CXF's STSClient is responsible for communicating with a Security Token Service (STS) via the WS-Trust protocol, in order to issue/validate/renew/etc. a security token. To support WS-Trust on the client side in CXF, it is necessary to construct an STSClient instance, and then reference it via the JAX-WS property key "ws-security.sts.client". Here is a typical example in spring.

However, there are some alternatives to configuring an STSClient per JAX-WS client object (see the CXF documentation for additional information). Strictly speaking these alternatives have been available in previous versions of CXF, however some bugs were fixed in the latest releases to enable them to work properly:

a) If no STSClient is directly configured on the JAX-WS client, then the CXF runtime will look for an STSClient bean with a name that corresponds to the Endpoint name with the suffix ".sts-client". Here is an example:

<bean id="stsClient" class="org.apache.cxf.ws.security.trust.STSClient"

b) If no STSClient is configured either directly on the client, or else via the approach given in (a) above, then the security runtime tries to fall back to a "default" client. All that is required here is that the name of the STSClient bean should be "default.sts-client". Here is an example:

<bean id="stsClient" class="org.apache.cxf.ws.security.trust.STSClient"

2) Falling back to Issue after a failed Renew

When a cached SecurityToken is expired, the STSClient tries to renew the token. However, not all STS instances support the renewal binding of WS-Trust. Therefore a new configuration parameter was introduced:
  • SecurityConstants.STS_ISSUE_AFTER_FAILED_RENEW ("ws-security.issue.after.failed.renew") -  Whether to fall back to calling "issue" after failing to renew an expired token. The default is "true".
 3) Renewing security tokens that are "about to" expire

There is a potential issue when a cached security token is "about to" expire. The CXF client will retrieve the cached token + check to see whether the token is expired or not. If it is expired, then it renews the token. If the token is valid, then it uses it in the service request. However, if the security token expires "en route" to the service, then the service will reject the token, and the service invocation will fail.

In CXF 2.7.13 and 3.0.2, support has been added to forcibly renew tokens that are about to expire, rather than risk letting them expire en route. A new configuration parameter has been introduced:
  • SecurityConstants.STS_TOKEN_IMMINENT_EXPIRY_VALUE ("ws-security.sts.token.imminent-expiry-value") - The value in seconds within which a token is considered to be expired by the client, i.e. it is considered to be expired if it will expire in a time less than the value specified by this tag.
The default value for this parameter for CXF 3.0.2 is "10", meaning that if a security token will expire in less than 10 seconds, it will be renewed by the client. For CXF 2.7.13, the default value is "0" for backwards compatibility reasons, meaning that this functionality is disabled.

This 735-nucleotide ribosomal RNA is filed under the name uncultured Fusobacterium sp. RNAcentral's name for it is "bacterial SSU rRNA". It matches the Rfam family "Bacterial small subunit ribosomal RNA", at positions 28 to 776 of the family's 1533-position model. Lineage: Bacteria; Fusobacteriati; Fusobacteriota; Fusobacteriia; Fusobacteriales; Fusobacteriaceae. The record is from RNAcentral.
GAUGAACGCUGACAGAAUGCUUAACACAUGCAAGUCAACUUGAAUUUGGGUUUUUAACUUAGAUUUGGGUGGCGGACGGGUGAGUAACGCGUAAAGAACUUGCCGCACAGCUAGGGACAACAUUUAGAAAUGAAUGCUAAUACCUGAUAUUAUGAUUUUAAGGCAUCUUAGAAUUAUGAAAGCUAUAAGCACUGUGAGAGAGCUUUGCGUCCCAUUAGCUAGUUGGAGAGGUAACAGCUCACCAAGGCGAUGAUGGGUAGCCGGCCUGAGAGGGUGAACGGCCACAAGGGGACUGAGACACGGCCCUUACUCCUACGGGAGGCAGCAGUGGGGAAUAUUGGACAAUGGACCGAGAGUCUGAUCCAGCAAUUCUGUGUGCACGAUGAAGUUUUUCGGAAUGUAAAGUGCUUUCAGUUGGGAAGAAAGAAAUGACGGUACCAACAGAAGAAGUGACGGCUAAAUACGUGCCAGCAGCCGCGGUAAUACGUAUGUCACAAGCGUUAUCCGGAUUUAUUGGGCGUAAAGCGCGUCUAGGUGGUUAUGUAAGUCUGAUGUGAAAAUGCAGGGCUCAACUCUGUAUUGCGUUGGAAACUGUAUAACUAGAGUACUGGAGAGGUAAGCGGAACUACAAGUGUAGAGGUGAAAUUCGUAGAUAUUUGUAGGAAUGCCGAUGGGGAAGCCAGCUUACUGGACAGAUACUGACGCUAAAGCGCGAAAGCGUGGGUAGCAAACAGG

Tuesday, October 7, 2014

Apache CXF Authentication and Authorization test-cases III

This is the third in a series of posts on authentication and authorization test-cases for web services using Apache CXF. The first post focused on authenticating and authorizing web service requests that included a username and password (WS-Security UsernameToken and HTTP/BA). The second article looked at more sophisticated ways of performing authentication and authorization, such as using X.509 certificates, using a SecurityTokenService (STS), using XACML and using Kerberos. This article will build on the previous articles to show how to perform Single Sign On (SSO) with Apache CXF.

The projects are as follows:
  • cxf-shiro: This project uses Apache Shiro for authenticating and authorizating a UsernameToken, as covered in the first article. However, it also now includes an SSOTest, which shows how to use WS-SecureConversation for SSO. In this scenario an STS is co-located with the endpoint. The client sends the UsernameToken to the STS for authentication using Apache Shiro. The STS returns a token and a secret key to the client. The client then makes the service request including the token and using the secret key to sign a portion of the request, thus proving proof-of-possession. The client can then make repeated invocations without having to re-authenticate the UsernameToken credentials.
  • cxf-sts:  This project shows how to use the CXF SecurityTokenService (STS) for authentication and authorization, as covered in the second article. It now includes an SSOTest to show how to achieve SSO with the STS. It demonstrates how the client caches the token after the initial invocation, and how it can make repeated invocations without having to re-authenticate itself to the STS.
  • cxf-saml-sso: This project shows how to leverage SAML SSO with Apache CXF to achieve SSO for a JAX-RS service. CXF supports the POST + redirect bindings of SAML SSO for JAX-RS endpoints. As part of this demo, a mock CXF-based IdP is provided which authenticates a client using HTTP/BA and issues a SAML token using the CXF STS. Authorization is also demonstrated using roles embedded in the issued SAML token. 
  • cxf-fediz-federation-sso: This project shows how to use the new CXF plugin of Apache Fediz 1.2.0 to authenticate and authorize clients of a JAX-RS service using WS-Federation. This feature will be documented more extensively at a future date, and is considered experimental for now. Please play around with it and provide feedback to the CXF users list.

Thursday, September 25, 2014

Apache Santuario - XML Security for Java 2.0.2 release

Apache Santuario - XML Security for Java 2.0.2 has been released. This is a minor release that fixes a couple of bugs with the streaming code and contains a few dependency upgrades.